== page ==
Since I’m following the faculty plagiarism case at Central Michigan University, I’m checking the local paper, where I just found this letter, from an ed student there:

Having been a student involved in the secondary education math program, I feel as though I should express my frustrations with those leading me in my schooling.

To graduate with a degree in secondary mathematics, one must take a series of cohorts that covers various math topics. While one going into the teaching field would expect to be taught various strategies and approaches to teaching math, this was not the case in several of these classes.

Throughout my course of study, I learned how to use the N-Spire, an expensive calculator that my professors expect administrators and math teachers to incorporate into the curriculum. I felt as though I was being taught to use an expensive piece of equipment to market to my future employers.

While I was not pleased with the education I was paying for, I kept my mouth shut because my professors stressed the importance of students being able to explore mathematics using tools such as the N-Spire.

They constantly reassured us that what we were learning was based on research that proved that this calculator is a crucial tool for learning through exploration…

The student concludes by complaining about the faculty plagiarists… I think. It’s a badly written letter. Very confusing. But it’s obviously got something to do with the multiple, still-anonymous plagiarists on the math faculty.

As *UD* scrutinized the letter, it seemed to her that the student was complaining about the commercialization of CMU’s classrooms. She seemed to be saying that, like medical school professors who in various ways hawk pharma’s newest pills to their students, some education school professors at her university turn their classrooms into extended advertising for devices a corporation is hoping Michigan’s teachers will buy for their classrooms.

So *UD* went here, to a page featuring Dennis St. John, one of the math professors listed on the plagiarized NSF grant.

This page, announcing a course featuring N-Spire and sponsored by its maker, Texas Instruments (you can register for the course through TI’s website), is offered at an off-campus location, but is a CMU course… St. John is pretty much described as a TI salesman:

He has presented workshops and institutes for Texas Instruments for the past twelve years. He … has published numerous activities and one book with Texas Instruments…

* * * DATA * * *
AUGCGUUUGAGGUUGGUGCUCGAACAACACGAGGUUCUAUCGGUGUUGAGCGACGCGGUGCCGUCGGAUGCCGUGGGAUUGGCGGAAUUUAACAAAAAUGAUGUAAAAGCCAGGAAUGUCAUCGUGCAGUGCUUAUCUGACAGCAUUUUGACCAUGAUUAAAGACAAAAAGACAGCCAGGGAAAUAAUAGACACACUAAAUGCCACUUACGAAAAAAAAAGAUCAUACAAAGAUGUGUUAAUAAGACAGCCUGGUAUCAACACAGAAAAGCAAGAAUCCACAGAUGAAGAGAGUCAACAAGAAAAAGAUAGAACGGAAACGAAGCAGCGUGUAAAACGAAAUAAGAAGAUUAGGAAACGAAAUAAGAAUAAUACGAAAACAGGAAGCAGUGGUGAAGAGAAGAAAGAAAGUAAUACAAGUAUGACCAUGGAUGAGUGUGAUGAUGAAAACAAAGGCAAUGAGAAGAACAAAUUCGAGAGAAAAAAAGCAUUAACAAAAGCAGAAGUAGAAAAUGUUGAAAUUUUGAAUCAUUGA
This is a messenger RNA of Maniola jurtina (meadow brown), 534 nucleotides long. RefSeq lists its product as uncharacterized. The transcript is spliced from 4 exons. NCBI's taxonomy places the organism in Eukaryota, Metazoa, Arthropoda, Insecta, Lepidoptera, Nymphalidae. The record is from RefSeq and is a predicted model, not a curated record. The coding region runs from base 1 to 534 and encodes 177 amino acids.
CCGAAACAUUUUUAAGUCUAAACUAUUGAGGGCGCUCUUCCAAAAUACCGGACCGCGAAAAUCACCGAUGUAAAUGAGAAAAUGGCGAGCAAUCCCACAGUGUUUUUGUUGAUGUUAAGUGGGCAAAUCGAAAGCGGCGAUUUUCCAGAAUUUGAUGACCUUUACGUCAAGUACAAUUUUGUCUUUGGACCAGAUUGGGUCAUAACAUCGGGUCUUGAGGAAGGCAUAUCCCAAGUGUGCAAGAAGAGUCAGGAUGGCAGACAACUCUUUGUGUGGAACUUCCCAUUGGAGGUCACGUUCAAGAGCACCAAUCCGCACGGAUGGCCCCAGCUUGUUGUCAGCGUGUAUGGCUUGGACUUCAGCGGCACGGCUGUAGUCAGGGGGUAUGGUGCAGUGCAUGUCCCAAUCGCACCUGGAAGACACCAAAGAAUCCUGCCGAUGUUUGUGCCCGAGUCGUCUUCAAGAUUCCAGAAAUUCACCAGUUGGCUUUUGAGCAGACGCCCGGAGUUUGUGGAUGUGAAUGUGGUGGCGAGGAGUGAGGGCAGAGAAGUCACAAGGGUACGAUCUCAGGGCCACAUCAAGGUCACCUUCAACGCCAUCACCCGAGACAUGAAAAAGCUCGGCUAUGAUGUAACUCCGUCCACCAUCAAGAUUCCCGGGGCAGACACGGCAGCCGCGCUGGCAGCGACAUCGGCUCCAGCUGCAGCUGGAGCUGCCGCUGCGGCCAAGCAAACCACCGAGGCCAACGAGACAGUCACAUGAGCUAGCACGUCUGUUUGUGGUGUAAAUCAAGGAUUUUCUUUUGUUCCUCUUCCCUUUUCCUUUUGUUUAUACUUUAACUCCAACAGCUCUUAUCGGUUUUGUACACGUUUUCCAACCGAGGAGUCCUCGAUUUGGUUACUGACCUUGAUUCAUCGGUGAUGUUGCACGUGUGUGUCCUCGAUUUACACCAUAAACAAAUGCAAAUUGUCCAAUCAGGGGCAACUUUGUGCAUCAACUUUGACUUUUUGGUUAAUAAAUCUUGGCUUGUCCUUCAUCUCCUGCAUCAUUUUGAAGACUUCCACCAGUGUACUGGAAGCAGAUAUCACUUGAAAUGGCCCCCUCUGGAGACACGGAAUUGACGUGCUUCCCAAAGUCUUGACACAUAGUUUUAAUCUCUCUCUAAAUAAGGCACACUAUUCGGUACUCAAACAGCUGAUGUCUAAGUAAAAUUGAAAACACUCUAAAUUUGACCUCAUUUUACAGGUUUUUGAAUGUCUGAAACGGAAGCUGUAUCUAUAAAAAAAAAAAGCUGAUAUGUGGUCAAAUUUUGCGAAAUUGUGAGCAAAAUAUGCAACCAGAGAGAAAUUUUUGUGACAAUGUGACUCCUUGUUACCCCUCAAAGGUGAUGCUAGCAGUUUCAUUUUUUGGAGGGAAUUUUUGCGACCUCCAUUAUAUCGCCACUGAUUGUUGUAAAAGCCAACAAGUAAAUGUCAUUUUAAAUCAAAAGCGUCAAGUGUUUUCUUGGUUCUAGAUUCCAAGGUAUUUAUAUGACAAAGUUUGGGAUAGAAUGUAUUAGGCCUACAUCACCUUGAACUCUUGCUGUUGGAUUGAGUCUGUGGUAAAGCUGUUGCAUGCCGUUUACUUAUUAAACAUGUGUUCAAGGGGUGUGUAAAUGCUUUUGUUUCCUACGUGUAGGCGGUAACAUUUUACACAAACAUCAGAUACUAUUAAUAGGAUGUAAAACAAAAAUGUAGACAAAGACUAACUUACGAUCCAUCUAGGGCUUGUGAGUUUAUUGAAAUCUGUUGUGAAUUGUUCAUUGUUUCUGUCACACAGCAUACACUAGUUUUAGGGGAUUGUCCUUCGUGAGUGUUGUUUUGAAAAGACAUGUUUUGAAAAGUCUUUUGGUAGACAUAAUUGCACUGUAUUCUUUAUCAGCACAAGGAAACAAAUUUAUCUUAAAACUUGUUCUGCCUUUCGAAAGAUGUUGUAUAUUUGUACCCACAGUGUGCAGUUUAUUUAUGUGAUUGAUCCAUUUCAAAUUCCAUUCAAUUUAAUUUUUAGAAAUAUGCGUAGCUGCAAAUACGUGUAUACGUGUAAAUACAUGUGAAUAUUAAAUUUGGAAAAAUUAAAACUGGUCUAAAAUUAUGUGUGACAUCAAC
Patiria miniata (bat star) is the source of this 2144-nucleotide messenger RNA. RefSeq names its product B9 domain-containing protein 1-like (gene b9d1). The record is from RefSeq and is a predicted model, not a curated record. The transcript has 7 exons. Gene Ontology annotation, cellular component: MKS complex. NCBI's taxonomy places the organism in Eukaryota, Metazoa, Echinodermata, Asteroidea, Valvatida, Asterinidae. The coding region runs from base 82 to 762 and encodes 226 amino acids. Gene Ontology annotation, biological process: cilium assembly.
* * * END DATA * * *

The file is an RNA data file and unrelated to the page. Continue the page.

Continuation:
What’s going on?

November 7th, 2009 at 8:54PM

Every summer I am contacted by incoming freshmen asking what sort of calculator they should bring to campus. I reply, "one that you can use for balancing your checkbook and sorting out your phonebill…we don’t allow calculators in our calculus courses." They’re absolutely stunned. The idea of learning math without the crutch of a calculator that figures out the functions for them is inconceivable. Unfortunately, most high schools and the AP tests allow, even encourage, the use of TI calculators, which cripples many students in their pursuit of math in college, especially if they are not math geniuses and simply need to use calculus for engineering or a natural science program of study.

November 8th, 2009 at 9:01AM

"one must take a series of cohorts"–what does this mean, anyway?

Polish Peter, I never understood why anyone would need a calculator in a basic calculus course. The one I took was entirely proof-based, and if an exact numerical answer was required, they were not hard to do with pencil and paper. I say that I never understood…until I saw what they were doing at Tierfour State University down the road. "Calculus" there means learning how to enter the integrals/differentials into the calculator and plugging numbers in. Screw the idea of understanding what is actually going on.

November 8th, 2009 at 2:55PM

TP,

Indeed. For this and probably other reasons, a 5 on the BC calculus AP course is incapable of predicting whether a freshman will receive an A or a C- in our multivariable calculus course.